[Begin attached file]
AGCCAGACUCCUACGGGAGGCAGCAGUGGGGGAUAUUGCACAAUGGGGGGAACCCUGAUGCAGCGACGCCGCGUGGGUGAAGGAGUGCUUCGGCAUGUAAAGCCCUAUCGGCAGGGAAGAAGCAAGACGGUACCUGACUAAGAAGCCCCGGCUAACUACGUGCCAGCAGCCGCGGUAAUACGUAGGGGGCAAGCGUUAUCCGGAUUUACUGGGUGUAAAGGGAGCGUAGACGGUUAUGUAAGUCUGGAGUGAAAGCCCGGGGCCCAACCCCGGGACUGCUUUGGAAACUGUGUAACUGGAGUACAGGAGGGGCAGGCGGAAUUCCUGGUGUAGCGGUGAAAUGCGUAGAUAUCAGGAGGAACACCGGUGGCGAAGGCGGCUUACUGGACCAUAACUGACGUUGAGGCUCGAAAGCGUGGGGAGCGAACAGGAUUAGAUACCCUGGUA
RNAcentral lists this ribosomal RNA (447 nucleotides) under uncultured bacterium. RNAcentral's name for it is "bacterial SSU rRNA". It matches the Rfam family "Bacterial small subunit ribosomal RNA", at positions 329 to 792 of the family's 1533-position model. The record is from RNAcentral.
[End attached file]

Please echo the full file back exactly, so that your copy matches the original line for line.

AGCCAGACUCCUACGGGAGGCAGCAGUGGGGGAUAUUGCACAAUGGGGGGAACCCUGAUGCAGCGACGCCGCGUGGGUGAAGGAGUGCUUCGGCAUGUAAAGCCCUAUCGGCAGGGAAGAAGCAAGACGGUACCUGACUAAGAAGCCCCGGCUAACUACGUGCCAGCAGCCGCGGUAAUACGUAGGGGGCAAGCGUUAUCCGGAUUUACUGGGUGUAAAGGGAGCGUAGACGGUUAUGUAAGUCUGGAGUGAAAGCCCGGGGCCCAACCCCGGGACUGCUUUGGAAACUGUGUAACUGGAGUACAGGAGGGGCAGGCGGAAUUCCUGGUGUAGCGGUGAAAUGCGUAGAUAUCAGGAGGAACACCGGUGGCGAAGGCGGCUUACUGGACCAUAACUGACGUUGAGGCUCGAAAGCGUGGGGAGCGAACAGGAUUAGAUACCCUGGUA
RNAcentral lists this ribosomal RNA (447 nucleotides) under uncultured bacterium. RNAcentral's name for it is "bacterial SSU rRNA". It matches the Rfam family "Bacterial small subunit ribosomal RNA", at positions 329 to 792 of the family's 1533-position model. The record is from RNAcentral.